During the climactic events of Jesus’ earthly ministry, many of His closest friends and followers were noticeably absent at the crucifixion. Most had fled; others had gone into hiding. However, the gospel writers all note the presence of several key individuals who had not fled and instead had chosen to follow Jesus all the way to the cross and beyond.
Who were they? The gospel tells us that it was the women who stood at the foot of the cross and greeted their Lord face-to-face at His resurrection.
Who Was at the Cross When Jesus Died?
Throughout His ministry, Jesus had many followers beyond the 12 disciples, women amongst them. In fact, the gospels tell us that many women traveled with Jesus from Galilee to Jerusalem. They loved Him and ministered to Him. They witnessed His miracles, heard His teachings, and wept at His crucifixion.
Some were the mothers and sisters of those called disciples. Others were women who’d been healed or delivered from various forms of sickness, demonic influence, and forced professions. There were also those who’d simply chosen to follow and minister to Jesus along the way.
After Jesus had been arrested, put on trial, and sentenced to death, three of the four gospel accounts mention the names of several women who followed the procession and “watched from a distance” as the events of Christ’s execution unfolded (Matthew 27:55-56, Mark 15:40-41, Luke 23:49).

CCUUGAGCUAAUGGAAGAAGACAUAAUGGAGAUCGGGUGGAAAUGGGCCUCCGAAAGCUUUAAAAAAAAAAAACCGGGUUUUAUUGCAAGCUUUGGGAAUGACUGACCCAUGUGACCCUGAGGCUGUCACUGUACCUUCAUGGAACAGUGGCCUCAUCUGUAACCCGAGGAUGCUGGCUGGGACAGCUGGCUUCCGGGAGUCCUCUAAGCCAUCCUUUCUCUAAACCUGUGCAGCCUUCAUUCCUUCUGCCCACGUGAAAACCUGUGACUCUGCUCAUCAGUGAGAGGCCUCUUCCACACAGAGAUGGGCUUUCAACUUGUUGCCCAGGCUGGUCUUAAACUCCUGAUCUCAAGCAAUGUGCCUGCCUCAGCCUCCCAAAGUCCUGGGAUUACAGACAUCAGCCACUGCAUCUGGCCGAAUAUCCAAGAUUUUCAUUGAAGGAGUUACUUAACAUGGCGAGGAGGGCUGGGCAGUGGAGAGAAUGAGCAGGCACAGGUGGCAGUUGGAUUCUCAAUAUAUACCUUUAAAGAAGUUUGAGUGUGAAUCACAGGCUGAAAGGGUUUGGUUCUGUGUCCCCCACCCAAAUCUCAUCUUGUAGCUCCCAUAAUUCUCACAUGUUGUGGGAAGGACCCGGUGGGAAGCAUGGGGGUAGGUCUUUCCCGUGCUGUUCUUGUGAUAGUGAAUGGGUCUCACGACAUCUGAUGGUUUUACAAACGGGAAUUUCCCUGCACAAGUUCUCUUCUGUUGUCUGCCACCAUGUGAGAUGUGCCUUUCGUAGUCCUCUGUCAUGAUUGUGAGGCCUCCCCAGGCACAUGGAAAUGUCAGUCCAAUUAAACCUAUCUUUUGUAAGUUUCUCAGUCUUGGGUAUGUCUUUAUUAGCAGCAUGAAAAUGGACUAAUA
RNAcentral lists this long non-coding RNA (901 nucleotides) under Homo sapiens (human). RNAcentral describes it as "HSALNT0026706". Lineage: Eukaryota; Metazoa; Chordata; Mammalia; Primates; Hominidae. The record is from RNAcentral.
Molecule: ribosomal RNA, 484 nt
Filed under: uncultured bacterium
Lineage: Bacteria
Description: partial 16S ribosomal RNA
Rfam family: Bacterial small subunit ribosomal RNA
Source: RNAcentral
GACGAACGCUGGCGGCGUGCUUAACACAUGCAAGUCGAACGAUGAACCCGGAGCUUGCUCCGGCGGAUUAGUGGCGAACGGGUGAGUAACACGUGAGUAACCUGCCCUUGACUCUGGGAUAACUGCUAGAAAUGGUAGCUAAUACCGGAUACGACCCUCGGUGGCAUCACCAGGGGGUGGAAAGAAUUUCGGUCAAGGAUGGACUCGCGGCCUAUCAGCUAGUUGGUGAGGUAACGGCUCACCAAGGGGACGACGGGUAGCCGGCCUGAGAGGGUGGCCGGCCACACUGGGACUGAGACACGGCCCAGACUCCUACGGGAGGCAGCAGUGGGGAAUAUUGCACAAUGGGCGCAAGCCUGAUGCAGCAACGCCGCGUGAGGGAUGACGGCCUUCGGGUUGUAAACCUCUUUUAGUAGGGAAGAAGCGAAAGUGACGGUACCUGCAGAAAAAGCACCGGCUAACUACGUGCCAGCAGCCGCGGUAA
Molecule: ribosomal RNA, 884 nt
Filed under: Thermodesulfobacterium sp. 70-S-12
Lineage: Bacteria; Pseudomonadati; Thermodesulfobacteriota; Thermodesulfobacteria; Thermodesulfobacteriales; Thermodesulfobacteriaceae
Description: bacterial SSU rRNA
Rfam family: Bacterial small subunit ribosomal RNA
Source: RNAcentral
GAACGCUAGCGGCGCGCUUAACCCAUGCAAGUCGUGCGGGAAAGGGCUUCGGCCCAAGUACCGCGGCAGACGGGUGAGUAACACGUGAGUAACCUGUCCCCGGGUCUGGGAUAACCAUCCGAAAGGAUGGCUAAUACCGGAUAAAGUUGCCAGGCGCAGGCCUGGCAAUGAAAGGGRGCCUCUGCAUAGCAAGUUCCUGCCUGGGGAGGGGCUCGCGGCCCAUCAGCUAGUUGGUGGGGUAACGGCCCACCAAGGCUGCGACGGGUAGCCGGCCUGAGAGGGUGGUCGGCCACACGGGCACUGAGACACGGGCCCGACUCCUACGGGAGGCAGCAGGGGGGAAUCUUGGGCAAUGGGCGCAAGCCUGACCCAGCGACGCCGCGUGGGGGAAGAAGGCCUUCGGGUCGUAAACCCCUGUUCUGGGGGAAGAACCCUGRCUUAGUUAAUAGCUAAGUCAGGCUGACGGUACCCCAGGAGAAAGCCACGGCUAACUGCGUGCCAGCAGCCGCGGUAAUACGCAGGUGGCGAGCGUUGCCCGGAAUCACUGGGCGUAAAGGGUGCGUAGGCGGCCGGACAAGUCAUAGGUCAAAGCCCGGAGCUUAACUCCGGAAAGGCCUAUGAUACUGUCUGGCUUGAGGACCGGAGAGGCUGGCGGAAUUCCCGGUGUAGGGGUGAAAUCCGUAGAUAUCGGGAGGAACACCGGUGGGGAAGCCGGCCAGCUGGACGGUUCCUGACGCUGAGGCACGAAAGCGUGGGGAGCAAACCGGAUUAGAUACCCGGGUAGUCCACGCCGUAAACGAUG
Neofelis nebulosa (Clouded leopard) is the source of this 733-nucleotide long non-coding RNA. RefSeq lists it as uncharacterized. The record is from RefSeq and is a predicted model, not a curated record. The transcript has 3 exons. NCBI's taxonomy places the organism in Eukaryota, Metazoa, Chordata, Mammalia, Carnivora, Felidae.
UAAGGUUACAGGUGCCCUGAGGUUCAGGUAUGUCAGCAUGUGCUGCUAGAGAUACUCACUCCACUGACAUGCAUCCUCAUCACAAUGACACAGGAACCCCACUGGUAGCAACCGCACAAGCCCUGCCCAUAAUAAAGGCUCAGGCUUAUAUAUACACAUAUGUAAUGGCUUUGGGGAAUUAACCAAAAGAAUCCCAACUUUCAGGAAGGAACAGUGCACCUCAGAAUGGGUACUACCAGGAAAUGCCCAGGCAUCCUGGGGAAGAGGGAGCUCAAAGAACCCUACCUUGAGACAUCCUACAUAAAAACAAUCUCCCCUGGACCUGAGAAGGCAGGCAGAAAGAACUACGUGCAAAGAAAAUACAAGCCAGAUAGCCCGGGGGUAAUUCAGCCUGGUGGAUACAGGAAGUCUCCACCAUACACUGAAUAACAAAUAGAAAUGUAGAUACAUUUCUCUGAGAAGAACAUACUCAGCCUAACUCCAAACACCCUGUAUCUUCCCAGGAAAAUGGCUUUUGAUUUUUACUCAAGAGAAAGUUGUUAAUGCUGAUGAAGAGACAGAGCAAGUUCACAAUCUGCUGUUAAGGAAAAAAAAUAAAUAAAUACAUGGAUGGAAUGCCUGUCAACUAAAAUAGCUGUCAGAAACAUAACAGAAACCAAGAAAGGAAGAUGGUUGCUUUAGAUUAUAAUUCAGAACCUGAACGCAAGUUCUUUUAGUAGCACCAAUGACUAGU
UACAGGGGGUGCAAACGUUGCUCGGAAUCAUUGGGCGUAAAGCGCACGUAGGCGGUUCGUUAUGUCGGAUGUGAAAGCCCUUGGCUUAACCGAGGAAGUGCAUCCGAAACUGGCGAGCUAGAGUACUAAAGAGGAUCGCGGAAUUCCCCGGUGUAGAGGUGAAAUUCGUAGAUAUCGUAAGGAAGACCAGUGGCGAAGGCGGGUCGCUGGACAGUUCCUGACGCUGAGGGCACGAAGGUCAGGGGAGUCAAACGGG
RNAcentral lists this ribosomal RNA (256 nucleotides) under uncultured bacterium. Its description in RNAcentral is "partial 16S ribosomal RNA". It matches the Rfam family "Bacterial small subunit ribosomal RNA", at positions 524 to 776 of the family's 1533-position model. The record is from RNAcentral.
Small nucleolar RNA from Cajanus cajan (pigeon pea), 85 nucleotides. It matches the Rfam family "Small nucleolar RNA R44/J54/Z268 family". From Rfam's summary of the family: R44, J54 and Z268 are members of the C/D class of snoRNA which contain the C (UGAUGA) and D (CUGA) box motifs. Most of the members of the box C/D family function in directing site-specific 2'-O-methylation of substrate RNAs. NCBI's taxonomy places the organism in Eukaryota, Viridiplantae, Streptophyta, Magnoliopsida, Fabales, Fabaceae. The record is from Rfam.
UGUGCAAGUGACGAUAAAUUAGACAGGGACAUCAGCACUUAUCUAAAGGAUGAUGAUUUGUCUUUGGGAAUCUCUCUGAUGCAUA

Only the Apostle John writes of these women being close enough to hear Jesus’ final words on the cross. This was something he could testify to as he was likely the only gospel writer who was a direct eyewitness to what actually happened (John 19:16-30).
But who were the women who had followed Jesus to the hill of Calvary and were the first to visit the tomb after His burial? The gospels list several names:
- Mary Magdalene, a woman whom Jesus had cast out seven demons (Matthew 27:55-56; Mark 15:40-41; John 19:25).
- Salome, the wife of Zebedee and mother of James and John, the “sons of thunder” and two of Jesus’ disciples (Mark 15:40-41).
- Mary, the mother of James the younger and of Joseph (John 19:25, Mark 15:40-41).
- Mary, the mother of Jesus, and her sister (John 19:25).
- Many other daughters of Jerusalem (Luke 23:27-31), unnamed women (Mark 15:41), and acquaintances of Jesus (Luke 23:49).
These women followed Jesus where others had not, watching and weeping during Christ’s agonizing moments on and leading up to the cross. But why were these women at the foot of the cross and not Jesus’ closest friends and disciples?
Where Were the Twelve?
In Matthew and Mark’s gospels, we read that Jesus had told His disciples at the Last Supper that, “you will all fall away because of Me this night” (Matthew 26:31, Mark 14:27). He would go on to quote the prophet Zechariah in saying, “Strike the shepherd and the sheep of the flock will be scattered” (Zechariah 13:7).